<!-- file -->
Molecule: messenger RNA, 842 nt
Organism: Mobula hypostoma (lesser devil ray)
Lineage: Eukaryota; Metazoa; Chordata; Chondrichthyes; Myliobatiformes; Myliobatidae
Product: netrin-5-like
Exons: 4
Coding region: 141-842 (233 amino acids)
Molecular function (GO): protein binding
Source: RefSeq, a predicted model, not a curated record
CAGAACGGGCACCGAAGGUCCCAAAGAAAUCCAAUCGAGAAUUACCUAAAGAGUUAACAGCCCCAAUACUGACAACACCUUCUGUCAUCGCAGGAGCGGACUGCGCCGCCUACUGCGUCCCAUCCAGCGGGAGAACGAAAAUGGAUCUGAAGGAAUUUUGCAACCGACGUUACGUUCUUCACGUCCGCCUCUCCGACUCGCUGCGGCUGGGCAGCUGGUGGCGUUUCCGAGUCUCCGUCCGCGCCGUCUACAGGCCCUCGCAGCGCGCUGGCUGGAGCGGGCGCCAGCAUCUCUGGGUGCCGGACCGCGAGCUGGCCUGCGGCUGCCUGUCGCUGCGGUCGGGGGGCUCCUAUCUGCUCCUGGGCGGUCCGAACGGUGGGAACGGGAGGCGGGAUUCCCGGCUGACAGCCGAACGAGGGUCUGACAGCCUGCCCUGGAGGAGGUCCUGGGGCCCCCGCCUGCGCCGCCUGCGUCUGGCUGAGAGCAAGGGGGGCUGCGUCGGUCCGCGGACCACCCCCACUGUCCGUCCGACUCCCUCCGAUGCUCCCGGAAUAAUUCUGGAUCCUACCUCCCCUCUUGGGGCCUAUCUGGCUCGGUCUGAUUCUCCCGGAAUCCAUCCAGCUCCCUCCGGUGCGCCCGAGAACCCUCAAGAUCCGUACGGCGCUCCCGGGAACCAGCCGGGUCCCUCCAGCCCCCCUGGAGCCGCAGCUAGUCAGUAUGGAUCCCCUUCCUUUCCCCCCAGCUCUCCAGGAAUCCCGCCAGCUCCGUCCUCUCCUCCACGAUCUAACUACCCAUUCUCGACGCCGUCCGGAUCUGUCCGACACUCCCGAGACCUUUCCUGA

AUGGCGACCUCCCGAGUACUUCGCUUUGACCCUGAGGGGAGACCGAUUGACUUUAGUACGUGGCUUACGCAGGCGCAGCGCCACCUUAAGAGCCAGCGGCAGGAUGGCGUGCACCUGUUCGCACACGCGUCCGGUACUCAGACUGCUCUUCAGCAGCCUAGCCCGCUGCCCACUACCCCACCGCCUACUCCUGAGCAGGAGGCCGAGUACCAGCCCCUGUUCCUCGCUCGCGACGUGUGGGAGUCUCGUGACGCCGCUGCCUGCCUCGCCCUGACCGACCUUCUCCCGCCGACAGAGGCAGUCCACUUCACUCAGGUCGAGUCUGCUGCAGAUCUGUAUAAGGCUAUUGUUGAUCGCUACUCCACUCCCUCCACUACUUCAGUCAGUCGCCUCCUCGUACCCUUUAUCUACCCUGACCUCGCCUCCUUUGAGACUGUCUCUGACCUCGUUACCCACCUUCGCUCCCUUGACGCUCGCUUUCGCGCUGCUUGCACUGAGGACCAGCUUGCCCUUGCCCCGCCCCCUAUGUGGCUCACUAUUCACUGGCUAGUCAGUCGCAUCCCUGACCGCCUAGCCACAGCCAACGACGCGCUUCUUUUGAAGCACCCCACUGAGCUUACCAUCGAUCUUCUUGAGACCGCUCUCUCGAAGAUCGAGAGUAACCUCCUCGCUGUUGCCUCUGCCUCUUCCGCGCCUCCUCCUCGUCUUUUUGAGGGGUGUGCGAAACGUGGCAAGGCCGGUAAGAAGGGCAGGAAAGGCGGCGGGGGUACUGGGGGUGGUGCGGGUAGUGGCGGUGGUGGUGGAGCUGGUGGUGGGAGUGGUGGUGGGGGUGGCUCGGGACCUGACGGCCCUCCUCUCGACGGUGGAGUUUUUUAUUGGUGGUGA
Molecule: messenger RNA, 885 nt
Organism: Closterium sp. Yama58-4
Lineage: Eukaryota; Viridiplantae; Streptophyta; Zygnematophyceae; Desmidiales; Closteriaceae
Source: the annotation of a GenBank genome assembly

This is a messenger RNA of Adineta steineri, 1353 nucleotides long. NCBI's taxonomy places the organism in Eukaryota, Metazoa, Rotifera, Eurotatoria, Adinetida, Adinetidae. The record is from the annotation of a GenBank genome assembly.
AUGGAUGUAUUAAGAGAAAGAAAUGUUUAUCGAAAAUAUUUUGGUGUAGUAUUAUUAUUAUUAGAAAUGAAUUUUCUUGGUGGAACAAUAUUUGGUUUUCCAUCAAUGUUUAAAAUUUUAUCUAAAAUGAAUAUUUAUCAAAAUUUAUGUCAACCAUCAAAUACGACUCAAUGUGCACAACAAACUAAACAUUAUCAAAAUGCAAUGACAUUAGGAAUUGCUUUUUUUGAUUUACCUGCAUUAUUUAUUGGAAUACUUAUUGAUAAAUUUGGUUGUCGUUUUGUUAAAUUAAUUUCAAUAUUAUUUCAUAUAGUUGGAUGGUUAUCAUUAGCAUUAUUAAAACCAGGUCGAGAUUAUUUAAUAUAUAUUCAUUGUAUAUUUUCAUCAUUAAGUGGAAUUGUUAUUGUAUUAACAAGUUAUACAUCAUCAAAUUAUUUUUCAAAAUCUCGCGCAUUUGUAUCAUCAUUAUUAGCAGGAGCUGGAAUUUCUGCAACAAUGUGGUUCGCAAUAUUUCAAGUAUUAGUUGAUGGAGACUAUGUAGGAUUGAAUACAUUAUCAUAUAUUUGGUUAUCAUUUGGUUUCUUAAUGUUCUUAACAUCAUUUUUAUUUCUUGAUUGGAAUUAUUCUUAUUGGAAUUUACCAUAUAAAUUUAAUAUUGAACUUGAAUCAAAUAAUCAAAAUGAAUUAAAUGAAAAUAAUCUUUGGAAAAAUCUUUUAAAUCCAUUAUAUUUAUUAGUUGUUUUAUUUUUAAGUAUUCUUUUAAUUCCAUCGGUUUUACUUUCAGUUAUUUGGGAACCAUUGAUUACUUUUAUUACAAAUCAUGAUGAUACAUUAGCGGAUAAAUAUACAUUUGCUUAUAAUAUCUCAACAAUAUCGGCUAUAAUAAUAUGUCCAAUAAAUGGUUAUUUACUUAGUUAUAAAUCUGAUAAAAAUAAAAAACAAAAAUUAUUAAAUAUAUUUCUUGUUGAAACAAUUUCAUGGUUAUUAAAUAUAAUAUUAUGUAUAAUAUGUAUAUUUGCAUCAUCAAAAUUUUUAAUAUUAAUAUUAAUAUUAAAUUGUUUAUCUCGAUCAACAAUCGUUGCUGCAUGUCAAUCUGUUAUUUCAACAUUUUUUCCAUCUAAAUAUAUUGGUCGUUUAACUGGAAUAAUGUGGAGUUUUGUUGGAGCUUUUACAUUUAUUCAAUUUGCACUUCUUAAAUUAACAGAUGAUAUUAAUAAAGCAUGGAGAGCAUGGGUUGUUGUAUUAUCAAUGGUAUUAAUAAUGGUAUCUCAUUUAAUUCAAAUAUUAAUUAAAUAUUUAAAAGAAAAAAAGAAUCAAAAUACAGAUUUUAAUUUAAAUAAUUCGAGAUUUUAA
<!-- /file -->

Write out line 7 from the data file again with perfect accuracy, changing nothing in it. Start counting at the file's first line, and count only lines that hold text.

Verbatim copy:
Molecular function (GO): protein binding